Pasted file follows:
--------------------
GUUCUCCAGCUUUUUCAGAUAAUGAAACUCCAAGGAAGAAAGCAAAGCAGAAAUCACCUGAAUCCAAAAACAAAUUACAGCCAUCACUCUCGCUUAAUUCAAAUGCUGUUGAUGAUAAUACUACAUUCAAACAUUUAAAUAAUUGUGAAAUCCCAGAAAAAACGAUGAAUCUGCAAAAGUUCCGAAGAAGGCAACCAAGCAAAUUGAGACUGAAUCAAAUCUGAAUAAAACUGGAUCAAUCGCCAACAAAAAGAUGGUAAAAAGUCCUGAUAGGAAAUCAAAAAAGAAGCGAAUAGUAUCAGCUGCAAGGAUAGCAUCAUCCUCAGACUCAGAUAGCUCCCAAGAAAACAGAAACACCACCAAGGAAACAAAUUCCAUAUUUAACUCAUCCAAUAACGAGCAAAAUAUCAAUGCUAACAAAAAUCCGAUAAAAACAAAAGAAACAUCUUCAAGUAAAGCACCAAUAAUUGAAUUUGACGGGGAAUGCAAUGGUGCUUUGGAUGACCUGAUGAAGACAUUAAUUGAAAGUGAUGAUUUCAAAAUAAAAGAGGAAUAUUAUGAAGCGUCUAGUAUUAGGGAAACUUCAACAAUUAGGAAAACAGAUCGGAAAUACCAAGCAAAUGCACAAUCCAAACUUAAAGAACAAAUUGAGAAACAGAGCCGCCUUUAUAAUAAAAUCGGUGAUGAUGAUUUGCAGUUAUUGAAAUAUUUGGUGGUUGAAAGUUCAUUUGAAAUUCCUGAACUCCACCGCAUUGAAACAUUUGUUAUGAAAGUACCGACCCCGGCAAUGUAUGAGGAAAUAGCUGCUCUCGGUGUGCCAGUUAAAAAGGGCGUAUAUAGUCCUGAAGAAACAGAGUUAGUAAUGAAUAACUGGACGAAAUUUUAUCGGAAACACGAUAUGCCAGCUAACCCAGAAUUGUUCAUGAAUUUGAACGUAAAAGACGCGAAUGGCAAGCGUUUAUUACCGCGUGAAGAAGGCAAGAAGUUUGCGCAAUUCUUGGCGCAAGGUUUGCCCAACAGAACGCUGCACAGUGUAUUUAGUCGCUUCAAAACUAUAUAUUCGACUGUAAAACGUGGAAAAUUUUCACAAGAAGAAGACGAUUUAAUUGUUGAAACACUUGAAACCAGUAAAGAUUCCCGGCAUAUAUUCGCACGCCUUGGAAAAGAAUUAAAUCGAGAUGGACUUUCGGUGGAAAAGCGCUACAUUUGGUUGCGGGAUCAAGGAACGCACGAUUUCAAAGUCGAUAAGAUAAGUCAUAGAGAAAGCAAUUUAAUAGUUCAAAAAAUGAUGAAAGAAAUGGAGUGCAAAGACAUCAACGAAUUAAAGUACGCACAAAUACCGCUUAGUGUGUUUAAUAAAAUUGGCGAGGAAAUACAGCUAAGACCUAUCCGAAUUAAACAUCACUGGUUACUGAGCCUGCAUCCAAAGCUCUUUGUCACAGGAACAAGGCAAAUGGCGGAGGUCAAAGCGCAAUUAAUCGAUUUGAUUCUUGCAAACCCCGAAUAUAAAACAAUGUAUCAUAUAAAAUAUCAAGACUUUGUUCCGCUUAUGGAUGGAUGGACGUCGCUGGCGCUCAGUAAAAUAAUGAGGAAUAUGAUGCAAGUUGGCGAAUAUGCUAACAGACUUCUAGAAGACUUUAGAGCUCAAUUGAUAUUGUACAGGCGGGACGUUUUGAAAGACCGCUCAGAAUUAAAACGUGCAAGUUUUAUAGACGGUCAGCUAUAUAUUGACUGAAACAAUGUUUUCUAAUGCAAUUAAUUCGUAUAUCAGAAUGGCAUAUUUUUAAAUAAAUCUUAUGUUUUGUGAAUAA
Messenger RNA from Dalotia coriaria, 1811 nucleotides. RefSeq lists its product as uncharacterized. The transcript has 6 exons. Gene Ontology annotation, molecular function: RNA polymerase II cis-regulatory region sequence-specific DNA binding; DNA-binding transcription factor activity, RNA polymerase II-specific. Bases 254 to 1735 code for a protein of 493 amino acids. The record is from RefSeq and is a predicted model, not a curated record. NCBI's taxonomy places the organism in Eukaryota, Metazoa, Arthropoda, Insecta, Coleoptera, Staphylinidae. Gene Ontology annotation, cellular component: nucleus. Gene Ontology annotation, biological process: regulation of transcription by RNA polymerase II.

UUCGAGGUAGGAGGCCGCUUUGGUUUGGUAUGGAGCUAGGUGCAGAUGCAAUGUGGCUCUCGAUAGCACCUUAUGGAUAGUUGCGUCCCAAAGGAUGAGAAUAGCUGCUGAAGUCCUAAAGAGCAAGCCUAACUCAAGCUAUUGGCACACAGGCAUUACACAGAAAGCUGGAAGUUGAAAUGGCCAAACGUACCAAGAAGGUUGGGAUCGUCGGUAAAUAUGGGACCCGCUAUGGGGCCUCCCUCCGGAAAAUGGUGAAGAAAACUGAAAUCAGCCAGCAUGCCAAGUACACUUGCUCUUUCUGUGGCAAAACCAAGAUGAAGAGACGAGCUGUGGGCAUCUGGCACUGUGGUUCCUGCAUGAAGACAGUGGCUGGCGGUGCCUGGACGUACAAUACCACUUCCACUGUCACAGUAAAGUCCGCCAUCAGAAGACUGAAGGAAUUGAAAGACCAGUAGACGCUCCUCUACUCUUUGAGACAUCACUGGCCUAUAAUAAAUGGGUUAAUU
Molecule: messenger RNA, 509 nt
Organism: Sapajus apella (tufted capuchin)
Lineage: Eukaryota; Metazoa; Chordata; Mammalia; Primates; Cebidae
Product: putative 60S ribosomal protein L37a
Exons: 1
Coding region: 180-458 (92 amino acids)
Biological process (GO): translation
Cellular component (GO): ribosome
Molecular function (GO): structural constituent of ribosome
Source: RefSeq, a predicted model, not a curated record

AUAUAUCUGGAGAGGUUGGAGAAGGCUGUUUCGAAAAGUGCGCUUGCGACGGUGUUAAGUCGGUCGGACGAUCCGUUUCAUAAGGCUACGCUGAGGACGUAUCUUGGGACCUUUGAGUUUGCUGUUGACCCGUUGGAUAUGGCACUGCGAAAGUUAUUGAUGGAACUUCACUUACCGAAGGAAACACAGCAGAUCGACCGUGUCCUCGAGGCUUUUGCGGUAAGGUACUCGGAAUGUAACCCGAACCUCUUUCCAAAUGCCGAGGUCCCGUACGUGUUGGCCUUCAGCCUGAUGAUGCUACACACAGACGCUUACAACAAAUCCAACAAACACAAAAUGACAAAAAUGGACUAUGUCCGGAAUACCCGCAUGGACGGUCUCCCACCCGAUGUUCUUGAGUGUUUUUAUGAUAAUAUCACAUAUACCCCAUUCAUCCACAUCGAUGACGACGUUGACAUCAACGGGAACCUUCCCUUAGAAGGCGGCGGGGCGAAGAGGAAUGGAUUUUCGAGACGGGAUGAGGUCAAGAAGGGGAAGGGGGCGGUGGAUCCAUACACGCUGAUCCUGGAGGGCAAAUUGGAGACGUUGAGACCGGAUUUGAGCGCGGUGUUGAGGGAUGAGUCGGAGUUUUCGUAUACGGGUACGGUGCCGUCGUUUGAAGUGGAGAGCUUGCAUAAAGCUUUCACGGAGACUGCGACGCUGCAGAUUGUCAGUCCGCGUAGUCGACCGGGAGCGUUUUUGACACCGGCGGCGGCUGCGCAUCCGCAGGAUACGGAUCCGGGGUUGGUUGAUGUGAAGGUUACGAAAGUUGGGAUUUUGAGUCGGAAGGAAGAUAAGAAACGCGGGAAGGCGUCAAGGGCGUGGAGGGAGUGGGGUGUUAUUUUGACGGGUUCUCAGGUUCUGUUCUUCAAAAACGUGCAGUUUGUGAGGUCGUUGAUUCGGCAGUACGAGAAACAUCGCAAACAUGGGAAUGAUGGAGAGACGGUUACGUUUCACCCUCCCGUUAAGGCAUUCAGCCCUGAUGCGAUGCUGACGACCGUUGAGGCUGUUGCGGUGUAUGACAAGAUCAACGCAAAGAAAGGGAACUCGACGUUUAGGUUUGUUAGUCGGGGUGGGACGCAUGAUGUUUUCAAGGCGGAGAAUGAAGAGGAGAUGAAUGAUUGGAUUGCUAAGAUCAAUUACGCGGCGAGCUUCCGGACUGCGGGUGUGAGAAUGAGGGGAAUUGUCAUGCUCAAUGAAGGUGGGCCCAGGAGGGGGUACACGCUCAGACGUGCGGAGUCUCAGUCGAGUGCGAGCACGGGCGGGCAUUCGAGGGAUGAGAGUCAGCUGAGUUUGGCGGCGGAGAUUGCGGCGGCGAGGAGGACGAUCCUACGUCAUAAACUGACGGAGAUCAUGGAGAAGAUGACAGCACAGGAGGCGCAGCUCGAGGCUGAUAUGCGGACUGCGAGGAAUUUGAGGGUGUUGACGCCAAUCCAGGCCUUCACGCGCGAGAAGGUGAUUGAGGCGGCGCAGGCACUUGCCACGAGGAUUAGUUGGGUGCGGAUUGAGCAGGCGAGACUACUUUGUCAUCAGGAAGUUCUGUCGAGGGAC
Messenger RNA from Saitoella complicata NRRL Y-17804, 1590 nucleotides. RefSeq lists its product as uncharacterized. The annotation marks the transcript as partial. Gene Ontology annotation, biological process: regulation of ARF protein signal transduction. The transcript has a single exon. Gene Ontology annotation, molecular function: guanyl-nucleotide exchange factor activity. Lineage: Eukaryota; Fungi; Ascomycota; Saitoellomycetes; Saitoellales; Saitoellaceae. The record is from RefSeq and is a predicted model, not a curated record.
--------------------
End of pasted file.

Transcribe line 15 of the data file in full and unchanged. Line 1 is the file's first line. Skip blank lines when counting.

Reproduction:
Messenger RNA from Saitoella complicata NRRL Y-17804, 1590 nucleotides. RefSeq lists its product as uncharacterized. The annotation marks the transcript as partial. Gene Ontology annotation, biological process: regulation of ARF protein signal transduction. The transcript has a single exon. Gene Ontology annotation, molecular function: guanyl-nucleotide exchange factor activity. Lineage: Eukaryota; Fungi; Ascomycota; Saitoellomycetes; Saitoellales; Saitoellaceae. The record is from RefSeq and is a predicted model, not a curated record.